Friday, March 30, 2012

Penny Thoughts ‘12—Carnage (2011) ***½

R, 80 min.
Director: Roman Polanski
Writers: Yasmina Reza (also play “Le Dieu du carnage”), Roman Polanski, Michael Katims (translation)
Starring: Jodie Foster, Kate Winslet, Christoph Waltz, John C. Reilly

Roman Polanski’s “Carnage” strikes a bit of a different chord in light of the recent controversy over the rating of the documentary “Bully”. “Carnage” isn’t about teenage bullying, but that’s what inspires the events that take place in it, sort of.

Based on a play, the story focuses on two sets of parents whose lives come together when one couple’s teen boy hits the other couple’s son with a stick. The four adults start out their meeting with complete civility and level-headedness that most parents could only hope they would have in a similar situation. The “victim’s” parents are writing a statement about the incident to give to the other parents. This seems to be a legal consideration, but nothing about litigation is ever mentioned until the courtesy between the adults has deteriorated. The attacker’s father is a lawyer.

This was just supposed to be a brief meeting between these people, but somehow they can’t seem to break off their engagement. The screenplay, co-written by the playwright Yasmina Reza, is quite ingenious in how it keeps these people at each other’s throats when they clearly all want this to just go away.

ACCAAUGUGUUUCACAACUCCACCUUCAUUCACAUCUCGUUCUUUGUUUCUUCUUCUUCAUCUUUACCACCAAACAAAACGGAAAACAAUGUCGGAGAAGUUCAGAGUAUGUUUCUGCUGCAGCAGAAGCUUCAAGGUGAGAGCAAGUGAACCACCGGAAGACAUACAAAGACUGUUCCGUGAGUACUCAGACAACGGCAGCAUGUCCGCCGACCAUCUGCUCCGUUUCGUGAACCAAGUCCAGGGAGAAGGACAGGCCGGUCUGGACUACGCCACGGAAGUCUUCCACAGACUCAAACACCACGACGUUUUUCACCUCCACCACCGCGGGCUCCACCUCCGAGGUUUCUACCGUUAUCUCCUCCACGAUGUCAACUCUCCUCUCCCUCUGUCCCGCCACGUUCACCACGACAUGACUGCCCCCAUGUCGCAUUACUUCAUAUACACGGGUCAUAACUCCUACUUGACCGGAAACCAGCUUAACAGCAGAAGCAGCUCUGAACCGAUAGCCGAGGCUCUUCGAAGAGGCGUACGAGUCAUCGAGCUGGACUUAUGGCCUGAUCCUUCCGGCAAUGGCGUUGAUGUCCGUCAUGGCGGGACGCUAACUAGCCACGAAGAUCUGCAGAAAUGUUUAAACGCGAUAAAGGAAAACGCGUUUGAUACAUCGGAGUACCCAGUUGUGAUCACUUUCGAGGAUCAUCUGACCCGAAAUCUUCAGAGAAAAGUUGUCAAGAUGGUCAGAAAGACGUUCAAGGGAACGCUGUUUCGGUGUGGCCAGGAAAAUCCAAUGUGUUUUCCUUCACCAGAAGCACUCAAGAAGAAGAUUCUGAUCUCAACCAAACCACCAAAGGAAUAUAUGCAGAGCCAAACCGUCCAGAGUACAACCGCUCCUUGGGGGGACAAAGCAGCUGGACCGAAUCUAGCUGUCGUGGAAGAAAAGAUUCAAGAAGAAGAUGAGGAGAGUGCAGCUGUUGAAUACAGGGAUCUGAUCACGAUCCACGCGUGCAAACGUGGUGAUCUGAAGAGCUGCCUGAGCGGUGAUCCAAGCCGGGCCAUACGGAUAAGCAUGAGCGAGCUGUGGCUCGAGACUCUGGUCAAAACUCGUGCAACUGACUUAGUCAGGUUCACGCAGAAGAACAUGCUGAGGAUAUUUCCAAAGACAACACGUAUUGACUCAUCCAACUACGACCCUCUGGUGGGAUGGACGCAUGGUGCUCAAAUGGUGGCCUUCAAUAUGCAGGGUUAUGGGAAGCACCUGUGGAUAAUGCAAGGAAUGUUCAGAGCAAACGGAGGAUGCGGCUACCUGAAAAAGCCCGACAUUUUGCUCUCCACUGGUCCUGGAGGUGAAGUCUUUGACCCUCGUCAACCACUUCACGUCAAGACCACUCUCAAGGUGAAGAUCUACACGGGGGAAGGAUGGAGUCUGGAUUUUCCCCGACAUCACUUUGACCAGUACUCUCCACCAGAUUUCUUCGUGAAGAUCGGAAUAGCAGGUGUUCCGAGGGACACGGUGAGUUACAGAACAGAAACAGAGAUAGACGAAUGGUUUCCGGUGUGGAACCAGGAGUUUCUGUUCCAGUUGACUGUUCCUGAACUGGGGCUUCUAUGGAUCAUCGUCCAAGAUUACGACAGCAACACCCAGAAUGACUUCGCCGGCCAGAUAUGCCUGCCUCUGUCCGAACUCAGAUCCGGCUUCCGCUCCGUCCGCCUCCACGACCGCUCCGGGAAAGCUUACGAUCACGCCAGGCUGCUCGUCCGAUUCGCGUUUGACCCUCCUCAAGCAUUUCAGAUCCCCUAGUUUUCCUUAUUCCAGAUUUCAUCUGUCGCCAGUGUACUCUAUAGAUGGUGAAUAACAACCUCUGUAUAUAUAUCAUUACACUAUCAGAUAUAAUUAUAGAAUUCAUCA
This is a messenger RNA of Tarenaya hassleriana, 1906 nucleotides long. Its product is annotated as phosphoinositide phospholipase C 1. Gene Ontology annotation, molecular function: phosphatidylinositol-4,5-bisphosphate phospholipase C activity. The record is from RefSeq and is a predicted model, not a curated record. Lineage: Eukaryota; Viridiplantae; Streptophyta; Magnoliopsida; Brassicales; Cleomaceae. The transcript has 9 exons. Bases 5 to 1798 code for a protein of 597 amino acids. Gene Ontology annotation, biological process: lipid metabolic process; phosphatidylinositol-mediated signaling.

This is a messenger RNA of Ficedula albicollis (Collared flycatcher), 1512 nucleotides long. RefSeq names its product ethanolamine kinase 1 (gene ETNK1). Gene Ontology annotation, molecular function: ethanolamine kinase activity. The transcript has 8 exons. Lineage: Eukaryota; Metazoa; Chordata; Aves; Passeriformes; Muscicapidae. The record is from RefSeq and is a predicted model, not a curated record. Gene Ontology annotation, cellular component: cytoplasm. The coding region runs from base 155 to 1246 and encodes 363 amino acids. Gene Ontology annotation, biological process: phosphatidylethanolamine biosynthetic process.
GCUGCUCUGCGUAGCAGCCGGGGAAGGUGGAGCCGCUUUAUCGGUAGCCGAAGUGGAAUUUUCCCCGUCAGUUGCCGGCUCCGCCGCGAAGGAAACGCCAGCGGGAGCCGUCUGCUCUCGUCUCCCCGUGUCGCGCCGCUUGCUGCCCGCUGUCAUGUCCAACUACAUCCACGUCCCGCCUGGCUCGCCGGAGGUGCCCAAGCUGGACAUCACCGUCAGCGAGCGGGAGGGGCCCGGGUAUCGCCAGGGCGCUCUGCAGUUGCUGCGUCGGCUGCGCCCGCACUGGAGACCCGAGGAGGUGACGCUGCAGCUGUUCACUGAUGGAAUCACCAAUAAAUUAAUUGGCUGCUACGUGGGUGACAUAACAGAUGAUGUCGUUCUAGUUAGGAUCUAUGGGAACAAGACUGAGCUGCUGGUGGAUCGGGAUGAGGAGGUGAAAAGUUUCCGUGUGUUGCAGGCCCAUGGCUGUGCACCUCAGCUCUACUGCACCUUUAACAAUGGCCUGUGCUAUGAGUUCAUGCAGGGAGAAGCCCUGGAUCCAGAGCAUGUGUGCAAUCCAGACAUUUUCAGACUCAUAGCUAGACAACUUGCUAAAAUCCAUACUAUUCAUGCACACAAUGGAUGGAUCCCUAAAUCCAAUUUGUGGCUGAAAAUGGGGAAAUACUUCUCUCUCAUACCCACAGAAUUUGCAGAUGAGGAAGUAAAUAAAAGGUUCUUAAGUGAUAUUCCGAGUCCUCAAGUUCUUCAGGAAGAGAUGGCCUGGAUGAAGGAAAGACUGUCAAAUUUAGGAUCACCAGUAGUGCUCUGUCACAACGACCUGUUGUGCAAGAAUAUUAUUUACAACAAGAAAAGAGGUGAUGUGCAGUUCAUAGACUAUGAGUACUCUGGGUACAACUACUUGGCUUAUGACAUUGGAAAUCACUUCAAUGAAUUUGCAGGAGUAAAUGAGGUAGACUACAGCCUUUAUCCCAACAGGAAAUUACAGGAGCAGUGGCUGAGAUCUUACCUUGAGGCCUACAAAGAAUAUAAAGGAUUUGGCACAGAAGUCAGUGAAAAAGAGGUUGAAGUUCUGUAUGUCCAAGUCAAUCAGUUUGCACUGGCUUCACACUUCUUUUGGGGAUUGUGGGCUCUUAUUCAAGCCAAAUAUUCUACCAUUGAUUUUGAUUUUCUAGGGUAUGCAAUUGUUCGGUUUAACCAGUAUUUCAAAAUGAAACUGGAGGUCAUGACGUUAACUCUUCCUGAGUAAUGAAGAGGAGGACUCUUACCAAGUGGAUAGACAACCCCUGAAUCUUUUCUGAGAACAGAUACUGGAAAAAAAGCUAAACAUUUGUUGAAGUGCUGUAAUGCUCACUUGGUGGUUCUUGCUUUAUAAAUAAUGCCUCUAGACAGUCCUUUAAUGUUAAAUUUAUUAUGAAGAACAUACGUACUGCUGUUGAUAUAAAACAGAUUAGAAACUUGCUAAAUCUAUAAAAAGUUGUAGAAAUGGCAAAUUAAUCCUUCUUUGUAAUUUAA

The casting is key to making the situation work. Jodie Foster is a bundle of nerves as the mother who wants the kids to have reconciliation. Kate Winslet comes off as prudish at first, but she’s asked to perform some of the more extreme elements that go into keeping their game going. Christoph Waltz, who was so charming as the evil Hans Landa in “Inglourious Basterds”, is a perfect embodiment of all the things we hate about lawyers. And the oafish in appearance, John C. Reilly may seem like the one of these things that is not like the others, but he shows that even those who appear to be different fall back on the same debased qualities that drive our more primal natures.

Perhaps the most significant element in this story, however, I suspect was purely a product of Polanski’s own twisted imagination, since it couldn’t have existed in a staging of the play. The final shot of the film tells a whole other story about the boys who sparked this whole debacle that proves how parents—no matter how hard they try—will never truly be in tune with their children.

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